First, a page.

Spurs | Tim Duncan

Spurs’ Tim Duncan has strong start, weak finish in Game 6 of NBA Finals

 

Spurs big man Tim Duncan dominated early Tuesday with a classic performance, but he couldn’t sustain it until the game’s end.

WEB VOTE Which former Heat player would you have loved to see on this current team in his prime?

bjackson@MiamiHerald.com

The three-time NBA Finals MVP started dismantling the Heat early, with an exquisite 12-foot bank shot, the type we have witnessed Tim Duncan make hundreds of times.

Duncan had a glorious three quarters but came up empty in the fourth and overtime, ending a big night with a thud.

Duncan went to the fourth quarter with 30 points and didn’t score again, missing his four shots in the fourth and his only shot of overtime. He finished 13 for 21 from the field and corralled a game-high 17 rebounds. The Spurs outscored the Heat by 16 points with Duncan in the game.

“It’s disappointing,” Duncan said. “I had some opportunities. We put ourselves in position to win the game. They made plays to take it from us.”

For much of the night, Duncan abused Chris Bosh, tormenting him with jumpers, spin moves and hooks. He made his first nine shots with Bosh defending him.

But Bosh stiffened defensively in the fourth quarter and overtime, keeping Duncan in check and making two huge blocks late: one on Tony Parker and a swat on Danny Green’s three-pointer to end the game.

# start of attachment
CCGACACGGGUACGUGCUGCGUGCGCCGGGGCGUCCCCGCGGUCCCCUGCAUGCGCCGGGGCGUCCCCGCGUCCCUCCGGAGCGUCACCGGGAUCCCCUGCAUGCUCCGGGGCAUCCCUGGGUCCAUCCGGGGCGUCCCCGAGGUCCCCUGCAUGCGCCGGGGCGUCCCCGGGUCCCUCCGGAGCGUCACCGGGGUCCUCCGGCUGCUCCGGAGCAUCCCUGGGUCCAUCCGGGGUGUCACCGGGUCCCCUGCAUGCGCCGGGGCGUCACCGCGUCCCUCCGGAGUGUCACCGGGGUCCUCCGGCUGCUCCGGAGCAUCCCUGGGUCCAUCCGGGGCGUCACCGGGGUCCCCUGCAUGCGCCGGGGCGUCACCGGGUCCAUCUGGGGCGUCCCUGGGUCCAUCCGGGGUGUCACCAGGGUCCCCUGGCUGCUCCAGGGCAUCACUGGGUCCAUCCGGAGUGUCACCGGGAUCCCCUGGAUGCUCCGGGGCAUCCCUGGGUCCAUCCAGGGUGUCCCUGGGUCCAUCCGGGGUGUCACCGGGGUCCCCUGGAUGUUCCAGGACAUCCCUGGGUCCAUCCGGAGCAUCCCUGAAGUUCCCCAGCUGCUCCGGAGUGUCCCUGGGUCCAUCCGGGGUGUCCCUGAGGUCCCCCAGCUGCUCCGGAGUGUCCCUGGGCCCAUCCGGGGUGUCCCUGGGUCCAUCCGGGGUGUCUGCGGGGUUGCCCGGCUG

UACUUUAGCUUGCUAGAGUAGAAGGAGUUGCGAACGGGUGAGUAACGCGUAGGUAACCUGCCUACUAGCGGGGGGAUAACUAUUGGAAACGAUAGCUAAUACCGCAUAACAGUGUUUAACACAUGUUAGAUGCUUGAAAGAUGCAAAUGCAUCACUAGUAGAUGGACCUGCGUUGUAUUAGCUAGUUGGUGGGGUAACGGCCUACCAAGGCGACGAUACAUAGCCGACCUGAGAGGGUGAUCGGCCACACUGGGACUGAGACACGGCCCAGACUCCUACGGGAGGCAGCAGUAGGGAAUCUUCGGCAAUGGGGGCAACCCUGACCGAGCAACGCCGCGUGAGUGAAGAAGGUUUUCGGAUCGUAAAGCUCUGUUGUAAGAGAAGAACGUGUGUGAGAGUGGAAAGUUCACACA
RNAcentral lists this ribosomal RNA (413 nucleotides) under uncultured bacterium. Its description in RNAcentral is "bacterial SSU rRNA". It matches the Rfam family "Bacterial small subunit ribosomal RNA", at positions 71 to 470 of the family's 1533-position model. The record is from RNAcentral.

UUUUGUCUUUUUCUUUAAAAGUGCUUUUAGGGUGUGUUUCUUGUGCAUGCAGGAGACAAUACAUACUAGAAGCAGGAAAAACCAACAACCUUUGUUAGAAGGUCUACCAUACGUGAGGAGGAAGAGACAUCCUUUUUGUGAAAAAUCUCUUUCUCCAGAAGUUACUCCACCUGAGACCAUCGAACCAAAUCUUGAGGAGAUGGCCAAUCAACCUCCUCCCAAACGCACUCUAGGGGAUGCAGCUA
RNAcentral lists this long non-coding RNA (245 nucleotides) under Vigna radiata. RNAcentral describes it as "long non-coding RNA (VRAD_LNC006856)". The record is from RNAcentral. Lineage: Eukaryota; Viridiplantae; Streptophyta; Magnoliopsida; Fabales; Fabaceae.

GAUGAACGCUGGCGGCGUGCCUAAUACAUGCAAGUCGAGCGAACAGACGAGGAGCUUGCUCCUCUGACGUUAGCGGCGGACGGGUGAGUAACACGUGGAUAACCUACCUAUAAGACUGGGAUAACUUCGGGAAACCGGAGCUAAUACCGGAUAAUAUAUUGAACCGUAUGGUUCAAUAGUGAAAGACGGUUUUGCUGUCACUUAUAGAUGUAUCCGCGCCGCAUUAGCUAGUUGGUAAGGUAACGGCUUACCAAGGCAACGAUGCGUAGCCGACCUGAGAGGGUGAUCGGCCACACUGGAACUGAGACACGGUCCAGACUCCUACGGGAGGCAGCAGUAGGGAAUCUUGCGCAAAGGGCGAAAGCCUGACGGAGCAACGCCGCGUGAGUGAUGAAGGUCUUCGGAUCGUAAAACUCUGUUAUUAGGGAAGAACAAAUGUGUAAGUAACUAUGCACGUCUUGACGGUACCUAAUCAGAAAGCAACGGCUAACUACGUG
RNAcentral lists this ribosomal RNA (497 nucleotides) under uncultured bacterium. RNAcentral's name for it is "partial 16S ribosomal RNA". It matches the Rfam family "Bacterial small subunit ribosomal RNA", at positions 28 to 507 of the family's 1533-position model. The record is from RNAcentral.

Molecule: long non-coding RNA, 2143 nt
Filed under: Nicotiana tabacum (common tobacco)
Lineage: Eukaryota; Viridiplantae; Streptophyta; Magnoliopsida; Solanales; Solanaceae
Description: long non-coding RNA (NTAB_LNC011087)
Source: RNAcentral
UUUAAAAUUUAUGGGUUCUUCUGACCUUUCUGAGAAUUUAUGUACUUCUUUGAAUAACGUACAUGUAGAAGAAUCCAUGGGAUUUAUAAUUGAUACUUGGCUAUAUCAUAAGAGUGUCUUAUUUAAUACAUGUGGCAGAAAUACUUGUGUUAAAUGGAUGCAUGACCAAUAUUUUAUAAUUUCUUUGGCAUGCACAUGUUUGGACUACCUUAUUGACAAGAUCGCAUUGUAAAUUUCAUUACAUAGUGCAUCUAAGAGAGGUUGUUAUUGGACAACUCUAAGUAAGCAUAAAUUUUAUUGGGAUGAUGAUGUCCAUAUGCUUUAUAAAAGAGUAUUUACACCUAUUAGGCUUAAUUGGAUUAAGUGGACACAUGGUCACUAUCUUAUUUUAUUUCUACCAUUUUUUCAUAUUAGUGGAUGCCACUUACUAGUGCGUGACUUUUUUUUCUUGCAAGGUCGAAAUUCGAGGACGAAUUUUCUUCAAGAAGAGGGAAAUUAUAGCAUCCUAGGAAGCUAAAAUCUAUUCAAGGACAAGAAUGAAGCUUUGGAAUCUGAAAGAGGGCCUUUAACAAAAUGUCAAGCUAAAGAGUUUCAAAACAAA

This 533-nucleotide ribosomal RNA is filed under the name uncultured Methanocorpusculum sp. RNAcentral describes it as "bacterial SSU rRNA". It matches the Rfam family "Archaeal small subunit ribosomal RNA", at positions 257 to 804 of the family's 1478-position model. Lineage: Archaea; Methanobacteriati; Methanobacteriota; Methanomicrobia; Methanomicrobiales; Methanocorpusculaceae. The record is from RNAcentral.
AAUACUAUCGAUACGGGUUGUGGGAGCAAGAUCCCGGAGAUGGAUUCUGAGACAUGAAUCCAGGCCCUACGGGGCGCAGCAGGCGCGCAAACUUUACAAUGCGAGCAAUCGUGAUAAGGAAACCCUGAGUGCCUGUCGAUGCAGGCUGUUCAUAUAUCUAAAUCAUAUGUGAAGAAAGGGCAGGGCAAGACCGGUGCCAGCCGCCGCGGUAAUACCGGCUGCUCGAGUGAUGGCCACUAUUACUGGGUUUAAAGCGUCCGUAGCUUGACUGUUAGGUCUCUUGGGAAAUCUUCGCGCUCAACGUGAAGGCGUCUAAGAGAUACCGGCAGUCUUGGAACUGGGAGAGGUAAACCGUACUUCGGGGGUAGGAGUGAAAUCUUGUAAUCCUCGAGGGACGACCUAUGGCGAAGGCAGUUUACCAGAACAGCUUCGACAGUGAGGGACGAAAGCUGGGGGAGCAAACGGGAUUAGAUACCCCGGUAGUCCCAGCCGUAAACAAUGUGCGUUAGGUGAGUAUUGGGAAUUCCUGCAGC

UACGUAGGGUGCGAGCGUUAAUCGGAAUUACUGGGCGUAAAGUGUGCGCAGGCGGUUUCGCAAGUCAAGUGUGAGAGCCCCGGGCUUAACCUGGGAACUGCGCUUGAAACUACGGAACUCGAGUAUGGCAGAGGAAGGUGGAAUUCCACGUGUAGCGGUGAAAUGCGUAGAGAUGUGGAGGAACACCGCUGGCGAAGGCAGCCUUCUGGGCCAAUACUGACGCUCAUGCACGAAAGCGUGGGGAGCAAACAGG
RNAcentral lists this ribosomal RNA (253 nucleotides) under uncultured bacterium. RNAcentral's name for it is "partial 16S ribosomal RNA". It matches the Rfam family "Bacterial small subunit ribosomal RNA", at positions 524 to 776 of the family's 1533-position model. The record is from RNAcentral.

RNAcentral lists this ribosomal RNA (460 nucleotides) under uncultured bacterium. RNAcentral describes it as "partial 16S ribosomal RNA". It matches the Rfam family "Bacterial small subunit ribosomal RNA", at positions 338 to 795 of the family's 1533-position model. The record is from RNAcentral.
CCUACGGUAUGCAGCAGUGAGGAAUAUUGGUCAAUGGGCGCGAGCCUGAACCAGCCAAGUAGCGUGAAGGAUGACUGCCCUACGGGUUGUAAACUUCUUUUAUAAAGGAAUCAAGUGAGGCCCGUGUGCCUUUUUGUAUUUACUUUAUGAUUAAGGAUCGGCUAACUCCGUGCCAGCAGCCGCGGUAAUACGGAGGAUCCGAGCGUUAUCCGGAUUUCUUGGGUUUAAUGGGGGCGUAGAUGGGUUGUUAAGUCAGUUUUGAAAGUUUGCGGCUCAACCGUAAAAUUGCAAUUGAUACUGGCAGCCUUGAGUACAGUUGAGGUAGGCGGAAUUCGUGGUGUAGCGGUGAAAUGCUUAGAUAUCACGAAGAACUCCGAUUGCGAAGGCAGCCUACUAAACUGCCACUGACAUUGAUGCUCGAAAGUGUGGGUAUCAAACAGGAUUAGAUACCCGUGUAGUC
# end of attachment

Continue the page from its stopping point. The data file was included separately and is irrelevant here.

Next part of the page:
Udonis Haslem, who had done a good job defending Duncan in this series, did not play because of a coach’s decision for the first time all season.

How good was Duncan’s first half? His 25 points before intermission were his most in a first half since May 2006. It was only his fourth 25-point half in his career — three of them coming in playoff games.

His 18 points in the paint in the first half tied his high for an entire game in any of the past three postseasons. And for good measure, he added eight first half rebounds.

Here’s how Duncan’s first half went: a bank shot, a three-foot jumper, a dunk, a 13-foot jumper, a 10-foot turnaround bank shot, a nine-foot hook, a tip shot, a layup, a very short jumper, three free throws, a turnaround bank shot and a dunk.

For perspective, consider Duncan’s 25 points were four more than the combined first half total of LeBron James, Dwyane Wade and Bosh.

Duncan’s layup early in the third quarter, off a nifty pass from Manu Ginobili, made him 10 for 10 against Bosh. He finally missed against Bosh, on a nine-footer, but then hit a jumper against Chris Andersen and went to the fourth quarter with 30.

Duncan then got a brief rest late in the third and early in the fourth, and the Heat sliced the Spurs’ lead from 12 to four while he was out of the game.

Once Duncan returned with 9:22 left, he could do nothing to blunt the Heat’s momentum. Duncan had his shot blocked by James with 6:43 left, missed a driving layup 57 seconds later, then missed a five-foot hook shot with 3:01 left.

In overtime, Duncan missed a difficult driving layup, but Kawhi Leonard followed with a short jumper.

Leonard was terrific, with 22 points (on 9-of-14 shooting) and 11 rebounds. The Spurs outscored the Heat by 11 with Leonard on the court.

This was Leonard at his best, and it came in the midst of an 11-0 Spurs run that pushed San Antonio’s lead to 12 midway through the third quarter: Leonard sliced in front of Wade, stole a James pass, drove for a layup, drew Wade’s fourth foul and hit a free throw.

Early on, Boris Diaw’s length seemed to bother James, who missed 13 of 14 shots against Diaw in Game 5 and the first half of Game 6. But James finally got untracked, victimizing Diaw and others in a 16-point fourth quarter.